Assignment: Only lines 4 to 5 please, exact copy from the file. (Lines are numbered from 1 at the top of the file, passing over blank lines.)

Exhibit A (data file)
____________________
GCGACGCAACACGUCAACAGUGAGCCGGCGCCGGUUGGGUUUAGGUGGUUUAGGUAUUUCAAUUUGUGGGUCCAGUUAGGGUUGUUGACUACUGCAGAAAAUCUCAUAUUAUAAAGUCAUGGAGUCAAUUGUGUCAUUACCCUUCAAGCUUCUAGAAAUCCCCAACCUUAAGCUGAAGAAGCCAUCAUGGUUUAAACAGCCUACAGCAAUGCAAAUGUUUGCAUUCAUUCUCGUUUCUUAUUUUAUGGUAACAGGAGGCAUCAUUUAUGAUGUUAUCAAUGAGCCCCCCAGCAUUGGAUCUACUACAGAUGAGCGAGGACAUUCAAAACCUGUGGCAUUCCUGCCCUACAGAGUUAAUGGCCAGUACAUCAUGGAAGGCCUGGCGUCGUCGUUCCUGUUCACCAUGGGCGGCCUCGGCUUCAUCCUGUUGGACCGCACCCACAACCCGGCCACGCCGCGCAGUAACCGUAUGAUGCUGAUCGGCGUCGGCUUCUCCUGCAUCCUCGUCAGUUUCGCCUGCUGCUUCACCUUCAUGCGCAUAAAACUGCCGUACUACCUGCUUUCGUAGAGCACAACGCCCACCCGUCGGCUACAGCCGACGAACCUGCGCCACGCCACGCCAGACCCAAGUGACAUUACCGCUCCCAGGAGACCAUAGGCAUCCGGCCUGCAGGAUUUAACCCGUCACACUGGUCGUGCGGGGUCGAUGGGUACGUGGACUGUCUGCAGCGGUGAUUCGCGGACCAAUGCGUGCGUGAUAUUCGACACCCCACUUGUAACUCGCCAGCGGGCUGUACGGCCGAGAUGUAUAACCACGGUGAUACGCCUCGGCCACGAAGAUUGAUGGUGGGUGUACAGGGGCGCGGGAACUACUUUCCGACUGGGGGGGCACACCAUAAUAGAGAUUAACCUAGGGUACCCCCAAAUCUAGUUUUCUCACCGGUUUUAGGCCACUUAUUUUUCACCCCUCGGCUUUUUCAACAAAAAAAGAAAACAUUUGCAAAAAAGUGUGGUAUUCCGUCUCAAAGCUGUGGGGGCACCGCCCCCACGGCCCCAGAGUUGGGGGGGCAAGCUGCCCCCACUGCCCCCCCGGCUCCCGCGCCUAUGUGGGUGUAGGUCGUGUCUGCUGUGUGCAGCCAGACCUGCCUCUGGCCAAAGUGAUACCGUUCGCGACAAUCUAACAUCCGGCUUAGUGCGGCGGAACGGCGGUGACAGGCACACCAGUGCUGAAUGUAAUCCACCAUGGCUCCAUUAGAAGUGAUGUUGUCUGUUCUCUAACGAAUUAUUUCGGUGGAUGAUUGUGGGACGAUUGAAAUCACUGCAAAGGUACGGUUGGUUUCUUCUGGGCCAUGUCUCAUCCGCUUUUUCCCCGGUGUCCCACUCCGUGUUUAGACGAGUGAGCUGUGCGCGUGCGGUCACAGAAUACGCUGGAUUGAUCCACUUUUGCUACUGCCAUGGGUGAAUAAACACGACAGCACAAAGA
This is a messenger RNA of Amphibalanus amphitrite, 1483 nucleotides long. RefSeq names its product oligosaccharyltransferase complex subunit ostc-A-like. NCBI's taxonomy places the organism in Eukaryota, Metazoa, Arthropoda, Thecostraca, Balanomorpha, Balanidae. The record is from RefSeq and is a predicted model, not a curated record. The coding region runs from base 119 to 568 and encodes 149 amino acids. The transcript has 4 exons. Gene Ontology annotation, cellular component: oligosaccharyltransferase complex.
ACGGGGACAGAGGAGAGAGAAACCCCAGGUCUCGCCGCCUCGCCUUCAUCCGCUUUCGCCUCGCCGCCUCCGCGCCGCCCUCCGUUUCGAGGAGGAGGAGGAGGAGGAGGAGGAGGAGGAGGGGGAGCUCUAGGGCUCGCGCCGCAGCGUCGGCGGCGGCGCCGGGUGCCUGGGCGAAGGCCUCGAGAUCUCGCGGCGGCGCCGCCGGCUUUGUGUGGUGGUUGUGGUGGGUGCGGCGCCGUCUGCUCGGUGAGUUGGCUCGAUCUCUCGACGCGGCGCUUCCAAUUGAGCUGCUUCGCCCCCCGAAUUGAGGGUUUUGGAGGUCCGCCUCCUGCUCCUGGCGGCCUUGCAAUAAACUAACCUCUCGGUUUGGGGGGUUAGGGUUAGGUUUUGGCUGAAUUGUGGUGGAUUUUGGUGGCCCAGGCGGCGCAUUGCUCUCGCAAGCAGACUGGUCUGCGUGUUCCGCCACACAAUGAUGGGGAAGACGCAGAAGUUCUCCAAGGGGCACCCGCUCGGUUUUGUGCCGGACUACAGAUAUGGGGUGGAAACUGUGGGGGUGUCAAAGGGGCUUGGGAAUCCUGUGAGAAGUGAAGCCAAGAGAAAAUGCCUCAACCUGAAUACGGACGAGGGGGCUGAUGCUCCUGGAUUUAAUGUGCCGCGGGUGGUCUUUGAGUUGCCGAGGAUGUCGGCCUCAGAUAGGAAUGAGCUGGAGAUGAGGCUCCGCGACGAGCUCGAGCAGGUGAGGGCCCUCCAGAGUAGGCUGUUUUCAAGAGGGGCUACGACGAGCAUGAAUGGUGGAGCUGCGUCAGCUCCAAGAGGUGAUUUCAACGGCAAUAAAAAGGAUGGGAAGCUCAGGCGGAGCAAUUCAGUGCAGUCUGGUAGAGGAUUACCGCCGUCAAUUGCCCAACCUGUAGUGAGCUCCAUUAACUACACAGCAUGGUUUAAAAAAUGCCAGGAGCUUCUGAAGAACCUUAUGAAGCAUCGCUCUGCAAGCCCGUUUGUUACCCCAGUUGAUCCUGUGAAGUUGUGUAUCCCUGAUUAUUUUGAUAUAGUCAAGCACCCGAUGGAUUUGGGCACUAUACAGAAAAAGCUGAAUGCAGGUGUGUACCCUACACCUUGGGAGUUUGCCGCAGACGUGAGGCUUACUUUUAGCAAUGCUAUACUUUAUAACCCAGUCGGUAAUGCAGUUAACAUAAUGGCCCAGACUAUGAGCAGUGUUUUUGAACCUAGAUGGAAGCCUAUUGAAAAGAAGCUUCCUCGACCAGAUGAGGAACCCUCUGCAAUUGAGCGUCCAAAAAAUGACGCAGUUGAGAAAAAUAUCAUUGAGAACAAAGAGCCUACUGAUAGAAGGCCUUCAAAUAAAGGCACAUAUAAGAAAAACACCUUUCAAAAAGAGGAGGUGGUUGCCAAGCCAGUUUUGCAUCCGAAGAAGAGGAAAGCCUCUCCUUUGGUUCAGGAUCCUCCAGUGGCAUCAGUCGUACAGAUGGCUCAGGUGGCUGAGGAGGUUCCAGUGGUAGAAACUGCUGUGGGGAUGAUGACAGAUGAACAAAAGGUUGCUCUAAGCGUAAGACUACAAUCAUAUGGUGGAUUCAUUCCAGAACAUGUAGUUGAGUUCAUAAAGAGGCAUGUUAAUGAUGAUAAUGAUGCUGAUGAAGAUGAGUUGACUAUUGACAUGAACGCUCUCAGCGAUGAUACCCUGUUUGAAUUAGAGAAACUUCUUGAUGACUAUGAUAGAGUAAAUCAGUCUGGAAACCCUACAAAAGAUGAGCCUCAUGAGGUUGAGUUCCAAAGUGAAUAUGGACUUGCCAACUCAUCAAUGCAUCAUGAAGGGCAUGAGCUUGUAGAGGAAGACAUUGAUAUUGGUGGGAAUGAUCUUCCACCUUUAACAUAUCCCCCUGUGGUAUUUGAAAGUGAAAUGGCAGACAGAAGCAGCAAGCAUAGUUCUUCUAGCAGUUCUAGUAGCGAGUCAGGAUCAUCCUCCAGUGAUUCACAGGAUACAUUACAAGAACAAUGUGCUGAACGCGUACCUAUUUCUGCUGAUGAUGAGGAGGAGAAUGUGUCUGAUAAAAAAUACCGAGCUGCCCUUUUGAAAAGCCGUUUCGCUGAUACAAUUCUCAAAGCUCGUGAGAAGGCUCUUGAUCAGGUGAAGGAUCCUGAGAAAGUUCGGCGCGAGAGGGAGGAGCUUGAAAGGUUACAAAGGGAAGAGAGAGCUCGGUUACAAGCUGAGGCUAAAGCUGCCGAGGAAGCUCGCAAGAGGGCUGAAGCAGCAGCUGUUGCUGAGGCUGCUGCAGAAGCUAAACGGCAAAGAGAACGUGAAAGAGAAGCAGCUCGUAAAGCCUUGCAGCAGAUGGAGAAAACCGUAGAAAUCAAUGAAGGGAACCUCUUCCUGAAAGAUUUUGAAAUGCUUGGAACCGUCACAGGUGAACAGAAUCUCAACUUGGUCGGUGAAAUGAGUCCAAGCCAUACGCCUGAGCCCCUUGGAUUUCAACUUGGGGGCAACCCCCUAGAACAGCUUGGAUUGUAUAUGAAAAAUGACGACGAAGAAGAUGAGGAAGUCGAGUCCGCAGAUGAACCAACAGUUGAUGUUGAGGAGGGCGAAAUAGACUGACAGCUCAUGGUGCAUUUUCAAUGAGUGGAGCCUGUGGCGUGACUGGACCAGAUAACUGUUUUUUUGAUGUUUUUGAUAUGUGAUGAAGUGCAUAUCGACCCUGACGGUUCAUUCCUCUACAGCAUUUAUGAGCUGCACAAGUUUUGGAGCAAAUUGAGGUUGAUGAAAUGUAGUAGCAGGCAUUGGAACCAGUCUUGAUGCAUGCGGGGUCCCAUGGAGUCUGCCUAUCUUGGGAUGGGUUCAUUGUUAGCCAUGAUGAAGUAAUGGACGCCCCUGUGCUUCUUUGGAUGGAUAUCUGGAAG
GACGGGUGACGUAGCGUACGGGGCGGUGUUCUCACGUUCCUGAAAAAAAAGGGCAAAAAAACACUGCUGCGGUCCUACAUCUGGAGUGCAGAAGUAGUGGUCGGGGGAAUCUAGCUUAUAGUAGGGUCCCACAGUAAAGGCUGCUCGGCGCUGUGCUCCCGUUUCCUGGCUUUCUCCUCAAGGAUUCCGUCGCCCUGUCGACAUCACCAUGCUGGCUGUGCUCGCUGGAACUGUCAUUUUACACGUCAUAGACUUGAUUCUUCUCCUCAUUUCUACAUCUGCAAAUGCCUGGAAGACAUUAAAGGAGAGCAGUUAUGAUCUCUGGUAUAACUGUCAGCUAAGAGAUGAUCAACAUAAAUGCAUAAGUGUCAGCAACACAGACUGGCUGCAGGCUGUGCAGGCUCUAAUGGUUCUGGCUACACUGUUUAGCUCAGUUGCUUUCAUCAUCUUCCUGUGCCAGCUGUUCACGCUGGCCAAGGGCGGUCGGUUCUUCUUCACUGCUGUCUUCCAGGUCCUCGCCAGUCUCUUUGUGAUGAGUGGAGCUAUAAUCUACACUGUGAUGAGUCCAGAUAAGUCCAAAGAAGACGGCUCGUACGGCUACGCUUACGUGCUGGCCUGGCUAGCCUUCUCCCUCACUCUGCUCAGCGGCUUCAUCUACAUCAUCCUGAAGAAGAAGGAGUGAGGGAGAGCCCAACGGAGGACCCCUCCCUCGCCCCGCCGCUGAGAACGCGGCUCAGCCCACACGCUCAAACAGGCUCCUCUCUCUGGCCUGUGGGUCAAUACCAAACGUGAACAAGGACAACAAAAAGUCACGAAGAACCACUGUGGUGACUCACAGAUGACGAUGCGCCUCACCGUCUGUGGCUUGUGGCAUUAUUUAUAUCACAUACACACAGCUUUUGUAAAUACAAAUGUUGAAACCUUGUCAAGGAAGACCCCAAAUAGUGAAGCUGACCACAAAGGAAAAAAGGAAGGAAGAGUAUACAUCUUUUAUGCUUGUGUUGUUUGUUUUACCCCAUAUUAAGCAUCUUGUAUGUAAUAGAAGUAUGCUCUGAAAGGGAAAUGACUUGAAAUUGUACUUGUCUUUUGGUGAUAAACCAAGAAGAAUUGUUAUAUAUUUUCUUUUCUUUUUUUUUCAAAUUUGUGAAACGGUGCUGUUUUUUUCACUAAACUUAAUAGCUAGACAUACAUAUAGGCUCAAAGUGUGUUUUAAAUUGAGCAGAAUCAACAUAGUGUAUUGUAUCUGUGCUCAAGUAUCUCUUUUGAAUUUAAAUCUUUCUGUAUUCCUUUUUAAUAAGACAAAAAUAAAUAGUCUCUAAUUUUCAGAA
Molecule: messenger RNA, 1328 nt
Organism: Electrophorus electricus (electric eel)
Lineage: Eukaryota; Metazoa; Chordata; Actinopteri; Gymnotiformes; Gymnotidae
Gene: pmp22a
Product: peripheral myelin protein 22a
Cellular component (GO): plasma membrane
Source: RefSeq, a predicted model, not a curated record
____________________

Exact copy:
GACGGGUGACGUAGCGUACGGGGCGGUGUUCUCACGUUCCUGAAAAAAAAGGGCAAAAAAACACUGCUGCGGUCCUACAUCUGGAGUGCAGAAGUAGUGGUCGGGGGAAUCUAGCUUAUAGUAGGGUCCCACAGUAAAGGCUGCUCGGCGCUGUGCUCCCGUUUCCUGGCUUUCUCCUCAAGGAUUCCGUCGCCCUGUCGACAUCACCAUGCUGGCUGUGCUCGCUGGAACUGUCAUUUUACACGUCAUAGACUUGAUUCUUCUCCUCAUUUCUACAUCUGCAAAUGCCUGGAAGACAUUAAAGGAGAGCAGUUAUGAUCUCUGGUAUAACUGUCAGCUAAGAGAUGAUCAACAUAAAUGCAUAAGUGUCAGCAACACAGACUGGCUGCAGGCUGUGCAGGCUCUAAUGGUUCUGGCUACACUGUUUAGCUCAGUUGCUUUCAUCAUCUUCCUGUGCCAGCUGUUCACGCUGGCCAAGGGCGGUCGGUUCUUCUUCACUGCUGUCUUCCAGGUCCUCGCCAGUCUCUUUGUGAUGAGUGGAGCUAUAAUCUACACUGUGAUGAGUCCAGAUAAGUCCAAAGAAGACGGCUCGUACGGCUACGCUUACGUGCUGGCCUGGCUAGCCUUCUCCCUCACUCUGCUCAGCGGCUUCAUCUACAUCAUCCUGAAGAAGAAGGAGUGAGGGAGAGCCCAACGGAGGACCCCUCCCUCGCCCCGCCGCUGAGAACGCGGCUCAGCCCACACGCUCAAACAGGCUCCUCUCUCUGGCCUGUGGGUCAAUACCAAACGUGAACAAGGACAACAAAAAGUCACGAAGAACCACUGUGGUGACUCACAGAUGACGAUGCGCCUCACCGUCUGUGGCUUGUGGCAUUAUUUAUAUCACAUACACACAGCUUUUGUAAAUACAAAUGUUGAAACCUUGUCAAGGAAGACCCCAAAUAGUGAAGCUGACCACAAAGGAAAAAAGGAAGGAAGAGUAUACAUCUUUUAUGCUUGUGUUGUUUGUUUUACCCCAUAUUAAGCAUCUUGUAUGUAAUAGAAGUAUGCUCUGAAAGGGAAAUGACUUGAAAUUGUACUUGUCUUUUGGUGAUAAACCAAGAAGAAUUGUUAUAUAUUUUCUUUUCUUUUUUUUUCAAAUUUGUGAAACGGUGCUGUUUUUUUCACUAAACUUAAUAGCUAGACAUACAUAUAGGCUCAAAGUGUGUUUUAAAUUGAGCAGAAUCAACAUAGUGUAUUGUAUCUGUGCUCAAGUAUCUCUUUUGAAUUUAAAUCUUUCUGUAUUCCUUUUUAAUAAGACAAAAAUAAAUAGUCUCUAAUUUUCAGAA
Molecule: messenger RNA, 1328 nt